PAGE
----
My new sounds:
Source: SoundCloud / jimbjorklund
The Giant Buddha of Leshan in Sichuan / China (by MosaicPortrait).
A Beggar asked a rich Bishop for Charity, demanding a pound.
— ‘A Pound to a beggar! That would be extravagant.’
— ‘A Shilling then!’
— ‘Oh, it’s still too much!’
— ‘A twopence then or your Benediction.’
— ‘Of course, I will give you my Benediction.’
— ‘I don’t want it, for if it were worth a twopence, you wouldn’t give it me.’
Traditionally, in many countries, April 1 or April Fools’ Day is celebrated by pranks and practical jokes. This is the list of famous practical jokes that have appeared on radio and TV stations, newspapers, web sites, and have been performed by large corporations.
Spaghetti trees: The BBC television programme Panorama ran a hoax in 1957, showing Swiss harvesting spaghetti from trees. They had claimed that the despised pest, the spaghetti weevil, had been eradicated. A large number of people contacted the BBC wanting to know how to cultivate their own spaghetti trees. It was, in fact, filmed in St Albans. Decades later CNN called this broadcast “the biggest hoax that any reputable news establishment ever pulled”.
Smell-o-vision: In 1965, the BBC purported to conduct a trial of a new technology allowing the transmission of odor over the airwaves to all viewers. Many viewers reportedly contacted the BBC to report the trial’s success. In 2007, the BBC website repeated an online version of the hoax.
In 2008, the BBC reported on a newly discovered colony of flying penguins. An elaborate video segment was even produced, featuring Terry Jones walking with the penguins in Antarctica, and following their flight to the Amazon rainforest.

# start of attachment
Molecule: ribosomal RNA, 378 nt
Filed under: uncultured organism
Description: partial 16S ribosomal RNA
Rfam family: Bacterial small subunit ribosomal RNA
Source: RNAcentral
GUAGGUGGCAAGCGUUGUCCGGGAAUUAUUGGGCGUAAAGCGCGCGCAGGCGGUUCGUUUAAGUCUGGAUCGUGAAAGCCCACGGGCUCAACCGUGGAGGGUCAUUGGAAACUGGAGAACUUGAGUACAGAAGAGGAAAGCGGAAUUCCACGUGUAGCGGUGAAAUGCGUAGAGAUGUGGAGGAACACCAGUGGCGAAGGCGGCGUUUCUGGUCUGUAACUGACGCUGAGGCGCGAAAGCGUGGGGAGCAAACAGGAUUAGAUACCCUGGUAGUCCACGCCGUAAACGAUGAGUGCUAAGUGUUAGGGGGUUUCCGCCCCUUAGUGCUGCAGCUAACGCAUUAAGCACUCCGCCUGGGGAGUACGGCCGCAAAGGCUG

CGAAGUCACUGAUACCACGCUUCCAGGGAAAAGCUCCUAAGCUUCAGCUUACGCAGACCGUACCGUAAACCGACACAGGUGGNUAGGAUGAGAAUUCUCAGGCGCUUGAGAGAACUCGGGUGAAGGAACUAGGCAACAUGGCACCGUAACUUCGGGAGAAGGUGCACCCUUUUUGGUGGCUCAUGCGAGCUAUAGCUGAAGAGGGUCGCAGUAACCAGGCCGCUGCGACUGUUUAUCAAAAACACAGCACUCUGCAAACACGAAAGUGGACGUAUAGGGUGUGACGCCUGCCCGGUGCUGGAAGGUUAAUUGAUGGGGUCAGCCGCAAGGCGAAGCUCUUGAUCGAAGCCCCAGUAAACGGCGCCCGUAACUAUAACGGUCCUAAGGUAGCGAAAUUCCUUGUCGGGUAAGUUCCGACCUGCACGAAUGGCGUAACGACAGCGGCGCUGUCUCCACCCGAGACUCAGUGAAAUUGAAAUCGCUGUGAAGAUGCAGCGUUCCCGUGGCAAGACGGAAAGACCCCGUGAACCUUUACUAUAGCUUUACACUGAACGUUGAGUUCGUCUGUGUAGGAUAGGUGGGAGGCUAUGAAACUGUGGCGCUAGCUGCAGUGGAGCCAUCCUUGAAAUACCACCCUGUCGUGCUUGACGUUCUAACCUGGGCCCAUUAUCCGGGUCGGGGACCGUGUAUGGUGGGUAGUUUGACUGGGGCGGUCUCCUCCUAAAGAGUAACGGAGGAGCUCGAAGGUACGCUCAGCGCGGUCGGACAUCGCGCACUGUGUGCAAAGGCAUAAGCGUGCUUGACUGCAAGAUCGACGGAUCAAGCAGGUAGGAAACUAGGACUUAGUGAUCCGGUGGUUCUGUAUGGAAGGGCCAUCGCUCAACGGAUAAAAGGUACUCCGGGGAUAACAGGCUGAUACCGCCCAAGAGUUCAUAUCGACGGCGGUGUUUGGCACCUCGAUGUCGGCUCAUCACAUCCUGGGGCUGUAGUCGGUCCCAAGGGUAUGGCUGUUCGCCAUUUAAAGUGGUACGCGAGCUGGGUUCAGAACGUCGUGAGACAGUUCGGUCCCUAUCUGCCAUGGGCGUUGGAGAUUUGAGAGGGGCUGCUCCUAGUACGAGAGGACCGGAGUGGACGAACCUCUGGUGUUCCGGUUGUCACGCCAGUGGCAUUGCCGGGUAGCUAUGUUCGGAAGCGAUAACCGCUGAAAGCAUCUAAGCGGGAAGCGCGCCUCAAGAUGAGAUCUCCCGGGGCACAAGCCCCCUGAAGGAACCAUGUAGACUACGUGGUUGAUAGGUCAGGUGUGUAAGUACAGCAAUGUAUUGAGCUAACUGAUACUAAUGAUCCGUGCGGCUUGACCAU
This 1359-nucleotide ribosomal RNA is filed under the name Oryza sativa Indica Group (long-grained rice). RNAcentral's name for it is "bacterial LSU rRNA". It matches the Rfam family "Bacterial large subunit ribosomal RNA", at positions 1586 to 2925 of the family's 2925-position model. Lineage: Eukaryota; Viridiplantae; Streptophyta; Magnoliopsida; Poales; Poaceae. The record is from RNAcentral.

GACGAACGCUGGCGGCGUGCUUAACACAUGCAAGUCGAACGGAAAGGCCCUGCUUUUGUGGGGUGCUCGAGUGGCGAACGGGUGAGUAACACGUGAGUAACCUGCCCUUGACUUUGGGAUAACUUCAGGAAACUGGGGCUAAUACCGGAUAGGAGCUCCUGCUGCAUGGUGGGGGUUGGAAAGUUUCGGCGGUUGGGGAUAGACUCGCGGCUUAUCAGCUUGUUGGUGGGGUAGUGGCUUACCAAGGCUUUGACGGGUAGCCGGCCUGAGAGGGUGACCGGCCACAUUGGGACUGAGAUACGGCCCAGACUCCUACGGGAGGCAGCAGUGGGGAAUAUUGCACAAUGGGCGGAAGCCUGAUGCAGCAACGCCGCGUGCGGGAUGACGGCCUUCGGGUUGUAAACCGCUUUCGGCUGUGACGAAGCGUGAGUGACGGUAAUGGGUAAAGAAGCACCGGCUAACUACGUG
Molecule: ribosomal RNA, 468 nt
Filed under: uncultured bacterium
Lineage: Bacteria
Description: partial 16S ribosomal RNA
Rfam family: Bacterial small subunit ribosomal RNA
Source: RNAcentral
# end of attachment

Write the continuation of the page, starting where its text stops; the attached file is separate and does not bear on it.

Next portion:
Jovian-Plutonian gravitational effect: In 1976, British astronomer Sir Patrick Moore told listeners of BBC Radio 2 that unique alignment of two planets would result in an upward gravitational pull making people lighter at precisely 9:47 am that day. He invited his audience to jump in the air and experience “a strange floating sensation”. Dozens of listeners phoned in to say the experiment had worked, among them a woman who reported that she and her 11 friends were “wafted from their chairs and orbited gently around the room.
Death of a mayor: In 1998, local WAAF shock jocks Opie and Anthony were discussing April Fool’s Day hoaxes, and sardonically stated that Boston mayor Thomas Menino had been killed in a car accident. Menino happened to be on a flight at the time, lending credence to the prank as he could not be reached. The pair repeated that the mayor was dead several times throughout the broadcast, however listeners who tuned in late to the broadcast did not hear that they were repeating a bit, and when they pretended to tell the “news” to an unsuspecting listener (the listener thought she was calling a different show), the rumor spread quickly across the city, eventually causing news stations to issue alerts denying the hoax. The pair were fired shortly thereafter.
Archers theme tune change: BBC Radio 4 (2005): The Today Programme announced in the news that the long-running serial The Archers had changed their theme tune to an upbeat disco style.
iBod: Every year, National Public Radio in the United States does an extensive news story on April 1. These usually start off more or less reasonably, and get more and more unusual. A recent example is the story on the “iBod,” a portable body control device. In 2008 it reported that the IRS, to assure rebate checks were actually spent, was shipping consumer products instead of checks. It also runs false sponsor mentions, such as “Support for NPR comes from the Soylent Corporation, manufacturing protein-rich food products in a variety of colors. Soylent Green is People”.
Canadian three-dollar coin: In 2008, the CBC Radio program As It Happens interviewed a Royal Canadian Mint spokesman who broke “news” of plans to replace the Canadian five-dollar bill with a three-dollar coin. The coin was dubbed a “threenie”, in line with the nicknames of the country’s one-dollar coin (“loonie” due to its depiction of a common loon on the reverse) and two-dollar coin (“toonie”).